“Overall, our findings identified several essential components of CBT-I which can lead to an intervention that maximizes treatment efficacy, minimizes treatment burden and increases scalability, that is, makes it easier to offer this treatment to more patients. Further large-scale trials are needed to confirm these contributions,”

said Furukawa.

The researchers hope that their findings will encourage practitioners who are interested in CBT-I to learn streamlined CBT-I, allowing more people suffering from insomnia to receive this relatively simple, noninvasive, yet potentially powerful psychotherapy.


Importance: Chronic insomnia disorder is highly prevalent, disabling, and costly. Cognitive behavioral therapy for insomnia (CBT-I), comprising various educational, cognitive, and behavioral strategies delivered in various formats, is the recommended first-line treatment, but the effect of each component and delivery method remains unclear.

Objective: To examine the association of each component and delivery format of CBT-I with outcomes.

Data Sources: PubMed, Cochrane Central Register of Controlled Trials, PsycInfo, and International Clinical Trials Registry Platform from database inception to July 21, 2023.

Study Selection: Published randomized clinical trials comparing any form of CBT-I against another or a control condition for chronic insomnia disorder in adults aged 18 years and older. Insomnia both with and without comorbidities was included. Concomitant treatments were allowed if equally distributed among arms.

Data Extraction and Synthesis: Two independent reviewers identified components, extracted data, and assessed trial quality. Random-effects component network meta-analyses were performed.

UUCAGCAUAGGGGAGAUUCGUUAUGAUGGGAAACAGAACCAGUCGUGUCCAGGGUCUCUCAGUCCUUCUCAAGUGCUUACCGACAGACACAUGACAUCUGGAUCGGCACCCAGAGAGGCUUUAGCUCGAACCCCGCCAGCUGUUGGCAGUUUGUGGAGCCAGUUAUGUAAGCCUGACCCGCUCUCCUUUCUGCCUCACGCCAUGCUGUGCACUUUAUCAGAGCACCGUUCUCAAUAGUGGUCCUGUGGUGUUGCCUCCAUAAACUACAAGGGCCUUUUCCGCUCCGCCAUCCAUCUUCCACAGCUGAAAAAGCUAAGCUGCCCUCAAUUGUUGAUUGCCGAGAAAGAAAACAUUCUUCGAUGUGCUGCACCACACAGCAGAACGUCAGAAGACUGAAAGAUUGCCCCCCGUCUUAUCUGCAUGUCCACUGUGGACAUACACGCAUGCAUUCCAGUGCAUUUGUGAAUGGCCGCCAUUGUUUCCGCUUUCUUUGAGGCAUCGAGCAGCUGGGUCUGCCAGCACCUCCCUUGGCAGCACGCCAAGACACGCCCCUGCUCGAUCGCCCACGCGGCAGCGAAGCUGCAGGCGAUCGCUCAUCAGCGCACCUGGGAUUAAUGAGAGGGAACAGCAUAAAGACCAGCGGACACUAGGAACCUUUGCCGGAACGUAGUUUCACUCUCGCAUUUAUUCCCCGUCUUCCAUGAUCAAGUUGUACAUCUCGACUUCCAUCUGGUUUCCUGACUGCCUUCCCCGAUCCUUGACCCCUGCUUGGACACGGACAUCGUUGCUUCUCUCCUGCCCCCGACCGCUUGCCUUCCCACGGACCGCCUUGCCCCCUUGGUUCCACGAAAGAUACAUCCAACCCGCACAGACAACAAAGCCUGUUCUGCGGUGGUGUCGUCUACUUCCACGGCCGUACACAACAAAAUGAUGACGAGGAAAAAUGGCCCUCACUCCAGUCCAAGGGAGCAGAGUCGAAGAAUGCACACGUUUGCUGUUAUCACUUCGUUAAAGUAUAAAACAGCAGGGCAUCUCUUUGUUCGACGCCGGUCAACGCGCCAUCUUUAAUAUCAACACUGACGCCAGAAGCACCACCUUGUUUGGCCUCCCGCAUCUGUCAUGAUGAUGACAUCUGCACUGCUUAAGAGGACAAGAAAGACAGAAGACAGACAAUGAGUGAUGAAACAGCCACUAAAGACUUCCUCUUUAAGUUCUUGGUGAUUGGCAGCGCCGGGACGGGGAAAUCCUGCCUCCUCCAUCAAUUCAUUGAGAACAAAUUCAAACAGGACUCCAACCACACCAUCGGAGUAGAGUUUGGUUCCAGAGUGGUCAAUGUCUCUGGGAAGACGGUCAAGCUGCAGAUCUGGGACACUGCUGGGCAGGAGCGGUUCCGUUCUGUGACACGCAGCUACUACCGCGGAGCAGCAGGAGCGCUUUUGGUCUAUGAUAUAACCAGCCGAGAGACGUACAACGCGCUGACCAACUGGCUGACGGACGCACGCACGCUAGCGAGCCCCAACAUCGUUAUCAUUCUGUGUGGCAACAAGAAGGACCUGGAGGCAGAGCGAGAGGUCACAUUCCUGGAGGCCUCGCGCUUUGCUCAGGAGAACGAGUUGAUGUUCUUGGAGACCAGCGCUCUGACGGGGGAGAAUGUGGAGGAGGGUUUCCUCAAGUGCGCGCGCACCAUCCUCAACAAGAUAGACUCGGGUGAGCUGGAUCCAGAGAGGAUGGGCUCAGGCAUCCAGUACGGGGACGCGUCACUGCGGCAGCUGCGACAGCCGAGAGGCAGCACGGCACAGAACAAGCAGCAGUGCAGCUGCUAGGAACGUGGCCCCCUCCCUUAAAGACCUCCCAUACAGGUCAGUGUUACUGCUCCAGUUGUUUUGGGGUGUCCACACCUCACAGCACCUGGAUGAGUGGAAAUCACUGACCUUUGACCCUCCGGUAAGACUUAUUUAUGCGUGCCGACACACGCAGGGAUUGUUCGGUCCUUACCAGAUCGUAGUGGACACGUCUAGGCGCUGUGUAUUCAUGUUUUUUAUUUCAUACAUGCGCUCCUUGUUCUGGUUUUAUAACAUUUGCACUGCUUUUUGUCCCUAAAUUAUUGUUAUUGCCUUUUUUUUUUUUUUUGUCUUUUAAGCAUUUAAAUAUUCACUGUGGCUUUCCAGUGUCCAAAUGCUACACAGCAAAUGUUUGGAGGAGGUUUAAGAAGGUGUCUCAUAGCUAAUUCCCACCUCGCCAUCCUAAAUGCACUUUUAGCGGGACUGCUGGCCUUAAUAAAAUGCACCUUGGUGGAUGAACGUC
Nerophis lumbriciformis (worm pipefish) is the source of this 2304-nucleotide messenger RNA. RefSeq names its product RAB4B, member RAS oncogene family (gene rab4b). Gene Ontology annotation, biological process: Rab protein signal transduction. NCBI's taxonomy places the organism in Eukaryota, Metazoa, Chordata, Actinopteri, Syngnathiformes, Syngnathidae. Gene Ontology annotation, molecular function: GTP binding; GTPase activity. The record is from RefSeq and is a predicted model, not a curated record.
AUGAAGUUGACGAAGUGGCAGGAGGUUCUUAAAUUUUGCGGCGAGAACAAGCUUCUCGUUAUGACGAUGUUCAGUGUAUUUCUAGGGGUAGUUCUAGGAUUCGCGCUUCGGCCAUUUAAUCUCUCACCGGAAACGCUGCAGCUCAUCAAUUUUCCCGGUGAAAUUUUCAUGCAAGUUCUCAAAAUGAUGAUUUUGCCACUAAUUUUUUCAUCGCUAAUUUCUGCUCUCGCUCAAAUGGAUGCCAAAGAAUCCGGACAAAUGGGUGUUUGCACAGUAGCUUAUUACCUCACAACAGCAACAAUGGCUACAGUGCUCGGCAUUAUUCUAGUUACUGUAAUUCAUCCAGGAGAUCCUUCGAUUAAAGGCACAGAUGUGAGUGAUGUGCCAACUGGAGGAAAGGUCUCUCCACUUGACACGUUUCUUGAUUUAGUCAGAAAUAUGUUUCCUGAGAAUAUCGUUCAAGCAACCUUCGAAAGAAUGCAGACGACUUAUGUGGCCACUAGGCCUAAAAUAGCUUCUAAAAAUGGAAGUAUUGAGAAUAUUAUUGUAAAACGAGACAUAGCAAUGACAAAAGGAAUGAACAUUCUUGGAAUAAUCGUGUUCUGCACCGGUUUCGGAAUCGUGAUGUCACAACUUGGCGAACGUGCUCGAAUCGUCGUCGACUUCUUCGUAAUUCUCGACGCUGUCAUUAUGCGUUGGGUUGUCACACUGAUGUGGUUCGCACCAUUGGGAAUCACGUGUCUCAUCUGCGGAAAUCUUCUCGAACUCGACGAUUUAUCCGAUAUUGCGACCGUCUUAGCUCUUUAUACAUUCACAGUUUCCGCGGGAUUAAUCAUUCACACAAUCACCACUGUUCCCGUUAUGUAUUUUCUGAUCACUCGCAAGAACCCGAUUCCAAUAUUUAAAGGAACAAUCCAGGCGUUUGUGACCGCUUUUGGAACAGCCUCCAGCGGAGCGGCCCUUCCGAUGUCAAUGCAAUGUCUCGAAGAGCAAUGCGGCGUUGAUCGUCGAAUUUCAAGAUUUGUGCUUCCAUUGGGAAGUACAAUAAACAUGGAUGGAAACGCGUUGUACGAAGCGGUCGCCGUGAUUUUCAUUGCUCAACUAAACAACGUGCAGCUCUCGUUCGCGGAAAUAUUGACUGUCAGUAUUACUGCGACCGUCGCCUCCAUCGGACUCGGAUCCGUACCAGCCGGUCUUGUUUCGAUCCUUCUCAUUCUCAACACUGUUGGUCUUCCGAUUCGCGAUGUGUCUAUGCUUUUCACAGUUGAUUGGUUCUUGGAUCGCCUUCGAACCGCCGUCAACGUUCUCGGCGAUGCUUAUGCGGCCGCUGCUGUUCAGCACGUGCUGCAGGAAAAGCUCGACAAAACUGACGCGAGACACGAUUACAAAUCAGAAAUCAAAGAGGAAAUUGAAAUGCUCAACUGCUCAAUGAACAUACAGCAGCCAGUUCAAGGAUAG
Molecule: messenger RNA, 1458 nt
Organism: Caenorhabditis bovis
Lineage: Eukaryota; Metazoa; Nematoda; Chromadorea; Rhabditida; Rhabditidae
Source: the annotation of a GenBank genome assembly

Main Outcomes and Measures: The primary outcome was treatment efficacy (remission defined as reaching a satisfactory state) posttreatment. Secondary outcomes included all-cause dropout, self-reported sleep continuity, and long-term remission.

Results: A total of 241 trials were identified including 31 452 participants (mean [SD] age, 45.4 [16.6] years; 21 048 of 31 452 [67%] women). Results suggested that critical components of CBT-I are cognitive restructuring (remission incremental odds ratio [iOR], 1.68; 95% CI, 1.28-2.20) third-wave components (iOR, 1.49; 95% CI, 1.10-2.03), sleep restriction (iOR, 1.49; 95% CI, 1.04-2.13), and stimulus control (iOR, 1.43; 95% CI, 1.00-2.05). Sleep hygiene education was not essential (iOR, 1.01; 95% CI, 0.77-1.32), and relaxation procedures were found to be potentially counterproductive(iOR, 0.81; 95% CI, 0.64-1.02). In-person therapist-led programs were most beneficial (iOR, 1.83; 95% CI, 1.19-2.81). Cognitive restructuring, third-wave components, and in-person delivery were mainly associated with improved subjective sleep quality. Sleep restriction was associated with improved subjective sleep quality, sleep efficiency, and wake after sleep onset, and stimulus control with improved subjective sleep quality, sleep efficiency, and sleep latency. The most efficacious combination—consisting of cognitive restructuring, third wave, sleep restriction, and stimulus control in the in-person format—compared with in-person psychoeducation, was associated with an increase in the remission rate by a risk difference of 0.33 (95% CI, 0.23-0.43) and a number needed to treat of 3.0 (95% CI, 2.3-4.3), given the median observed control event rate of 0.14.

Conclusions and Relevance: The findings suggest that beneficial CBT-I packages may include cognitive restructuring, third-wave components, sleep restriction, stimulus control, and in-person delivery but not relaxation. However, potential undetected interactions could undermine the conclusions. Further large-scale, well-designed trials are warranted to confirm the contribution of different treatment components in CBT-I.

  1. Furukawa Y, Sakata M, Yamamoto R, et al. Components and Delivery Formats of Cognitive Behavioral Therapy for Chronic Insomnia in Adults: A Systematic Review and Component Network Meta-Analysis. JAMA Psychiatry. Published online January 17, 2024. doi:10.1001/jamapsychiatry.2023.5060

Last Updated on February 8, 2024